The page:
The booming global economy can't seem to get enough oil, metal, and other commodities. That could keep commodity prices high even if markets fall. Commodities also should hold value even if the dollar continues to fall or inflation heats up, Kazemi says.
Until recently, commodity investing for the small investor wasn't easy. But a variety of new ETFs offer investors inexpensive ways to get commodity exposure. Advisors recommend spreading your money across various commodities.
Commodities can be very volatile and "a little goes a long way," Minerva's Porter says. He recommends PIMCO's Commodity Real Return Strategy fund (PCRAX).
5. Alternative investments
Here's where things get riskier. If you have some money to play with and don't mind paying some hefty fees, you can find a fund manager with strategies for growing your money through even the worst economic turmoil.
Hedge funds were originally created just for this purpose: to be hedges against declines in other assets, like stocks. Thus, many private equity and hedge funds consciously try to move independently of equity markets, and often they succeed.
Investors, however, will need a high net worth to invest in hedge funds. It's risky, so you don't want to put all your eggs in one basket. "Diversification in the case of hedge funds is especially important," says Kazemi, who is a consultant to the not-for-profit Chartered Alternative Investment Analyst Assn. "You don't want to invest in a single manager."
Funds of funds give well-off investors a place to invest in a broad spectrum of hedge funds. However, they often add their own fees, on top of those of the hedge funds. "You are getting a second layer of fees, but you're also getting diversification that a small investor ordinarily couldn't get," Little says.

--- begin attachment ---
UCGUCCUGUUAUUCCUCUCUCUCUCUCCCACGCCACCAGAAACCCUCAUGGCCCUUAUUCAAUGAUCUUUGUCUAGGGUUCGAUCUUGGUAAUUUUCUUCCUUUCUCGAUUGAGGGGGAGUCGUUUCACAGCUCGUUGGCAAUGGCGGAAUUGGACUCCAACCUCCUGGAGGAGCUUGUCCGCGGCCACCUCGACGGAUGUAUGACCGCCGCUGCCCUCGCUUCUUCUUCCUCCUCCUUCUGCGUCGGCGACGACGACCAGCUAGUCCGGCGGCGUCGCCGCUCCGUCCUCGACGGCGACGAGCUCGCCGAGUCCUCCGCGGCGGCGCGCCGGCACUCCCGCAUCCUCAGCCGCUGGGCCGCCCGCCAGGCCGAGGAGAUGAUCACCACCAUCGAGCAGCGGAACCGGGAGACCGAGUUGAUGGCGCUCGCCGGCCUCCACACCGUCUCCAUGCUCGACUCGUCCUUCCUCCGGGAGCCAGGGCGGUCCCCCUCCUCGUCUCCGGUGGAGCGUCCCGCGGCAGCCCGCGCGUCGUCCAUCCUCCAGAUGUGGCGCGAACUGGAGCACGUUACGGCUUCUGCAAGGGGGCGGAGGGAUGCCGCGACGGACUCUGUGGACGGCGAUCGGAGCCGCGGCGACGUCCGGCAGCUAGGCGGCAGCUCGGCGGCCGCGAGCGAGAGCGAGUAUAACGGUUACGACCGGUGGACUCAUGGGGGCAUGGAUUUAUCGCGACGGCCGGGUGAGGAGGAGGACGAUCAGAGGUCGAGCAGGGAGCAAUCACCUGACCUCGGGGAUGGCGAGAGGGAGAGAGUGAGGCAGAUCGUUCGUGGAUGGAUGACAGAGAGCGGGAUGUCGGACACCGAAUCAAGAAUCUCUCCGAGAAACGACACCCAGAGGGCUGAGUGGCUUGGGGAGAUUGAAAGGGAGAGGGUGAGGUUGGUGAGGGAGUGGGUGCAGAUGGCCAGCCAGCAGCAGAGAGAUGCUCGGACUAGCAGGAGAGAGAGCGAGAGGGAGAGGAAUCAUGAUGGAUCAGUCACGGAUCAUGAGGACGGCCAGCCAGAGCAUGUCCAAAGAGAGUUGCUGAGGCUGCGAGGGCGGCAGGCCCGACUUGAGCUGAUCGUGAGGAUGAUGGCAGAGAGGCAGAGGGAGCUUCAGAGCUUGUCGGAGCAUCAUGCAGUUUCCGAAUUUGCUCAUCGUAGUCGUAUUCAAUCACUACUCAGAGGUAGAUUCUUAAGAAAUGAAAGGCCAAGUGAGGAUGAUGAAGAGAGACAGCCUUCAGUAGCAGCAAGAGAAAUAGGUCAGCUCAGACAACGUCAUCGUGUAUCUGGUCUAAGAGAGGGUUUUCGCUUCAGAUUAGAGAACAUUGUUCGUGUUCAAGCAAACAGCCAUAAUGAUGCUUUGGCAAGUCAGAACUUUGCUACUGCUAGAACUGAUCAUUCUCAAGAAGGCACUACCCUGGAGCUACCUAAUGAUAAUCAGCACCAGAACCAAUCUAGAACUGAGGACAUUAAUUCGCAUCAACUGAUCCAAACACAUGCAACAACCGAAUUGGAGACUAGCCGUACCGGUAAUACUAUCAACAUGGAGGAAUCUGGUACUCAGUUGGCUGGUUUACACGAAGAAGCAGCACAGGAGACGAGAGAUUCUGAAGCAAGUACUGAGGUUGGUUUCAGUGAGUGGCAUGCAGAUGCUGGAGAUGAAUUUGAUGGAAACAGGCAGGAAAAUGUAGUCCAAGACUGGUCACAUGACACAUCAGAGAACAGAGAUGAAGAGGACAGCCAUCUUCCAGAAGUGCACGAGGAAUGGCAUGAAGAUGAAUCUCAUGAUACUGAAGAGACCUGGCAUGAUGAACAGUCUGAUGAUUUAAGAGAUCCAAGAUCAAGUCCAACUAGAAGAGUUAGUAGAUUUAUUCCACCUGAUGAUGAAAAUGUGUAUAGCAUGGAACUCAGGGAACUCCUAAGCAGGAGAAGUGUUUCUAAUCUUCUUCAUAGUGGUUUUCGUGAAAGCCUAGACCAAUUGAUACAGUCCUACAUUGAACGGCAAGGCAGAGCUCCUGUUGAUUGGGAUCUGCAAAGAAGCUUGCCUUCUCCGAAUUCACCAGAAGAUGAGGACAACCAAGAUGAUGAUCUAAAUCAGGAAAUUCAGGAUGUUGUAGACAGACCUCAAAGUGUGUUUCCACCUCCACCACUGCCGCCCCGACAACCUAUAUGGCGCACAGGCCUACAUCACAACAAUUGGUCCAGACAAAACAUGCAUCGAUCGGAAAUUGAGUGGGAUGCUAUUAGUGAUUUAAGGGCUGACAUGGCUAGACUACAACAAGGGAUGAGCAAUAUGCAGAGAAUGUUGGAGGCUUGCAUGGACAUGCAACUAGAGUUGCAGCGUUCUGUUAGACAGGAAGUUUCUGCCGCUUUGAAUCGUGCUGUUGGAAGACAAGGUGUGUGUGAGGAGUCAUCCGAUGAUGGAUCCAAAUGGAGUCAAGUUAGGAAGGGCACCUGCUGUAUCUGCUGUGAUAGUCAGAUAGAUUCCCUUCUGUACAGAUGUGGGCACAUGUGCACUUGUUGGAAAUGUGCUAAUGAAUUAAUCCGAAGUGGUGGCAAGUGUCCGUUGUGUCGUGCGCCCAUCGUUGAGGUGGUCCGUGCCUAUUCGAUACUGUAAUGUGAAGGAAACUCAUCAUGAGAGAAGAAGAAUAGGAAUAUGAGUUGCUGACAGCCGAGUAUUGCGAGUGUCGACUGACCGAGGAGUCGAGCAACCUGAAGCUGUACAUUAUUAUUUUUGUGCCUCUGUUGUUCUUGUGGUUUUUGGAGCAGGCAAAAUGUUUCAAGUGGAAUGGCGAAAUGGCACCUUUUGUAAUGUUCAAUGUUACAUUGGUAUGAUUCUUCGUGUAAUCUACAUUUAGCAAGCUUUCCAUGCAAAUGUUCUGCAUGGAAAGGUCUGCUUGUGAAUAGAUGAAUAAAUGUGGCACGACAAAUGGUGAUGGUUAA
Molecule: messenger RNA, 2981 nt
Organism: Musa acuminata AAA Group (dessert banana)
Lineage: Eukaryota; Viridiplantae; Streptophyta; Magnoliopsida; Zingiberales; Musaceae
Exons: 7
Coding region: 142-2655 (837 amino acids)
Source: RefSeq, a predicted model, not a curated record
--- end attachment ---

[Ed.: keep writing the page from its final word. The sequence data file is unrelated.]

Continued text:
Some mutual funds specialize in providing returns in down markets. Kipley Lytel, managing partner of Montecito Capital Management, recommends the Hussman Strategic Growth fund (HSGFX).
Again, caution is needed here. This sort of investing requires a lot of skill and research. Many hedge fund strategies exist, some much more risky than others. And bearish mutual funds will provide mediocre results in a rising market.
The bottom line? Most financial advisors recommend against market timing, i.e., trying to bet exactly when the market has hit its peak. You'll probably be wrong.
A better strategy, they say, is to keep your portfolio diversified, spread among several asset classes from the safe to the risky. Then you'll be ready for almost anything.
"If you have a properly designed portfolio," according to Cathy Pareto of Florida-based Investor Solutions, "market corrections and economic disruptions become irrelevant."
Steverman is a reporter for BusinessWeek's Investing channel.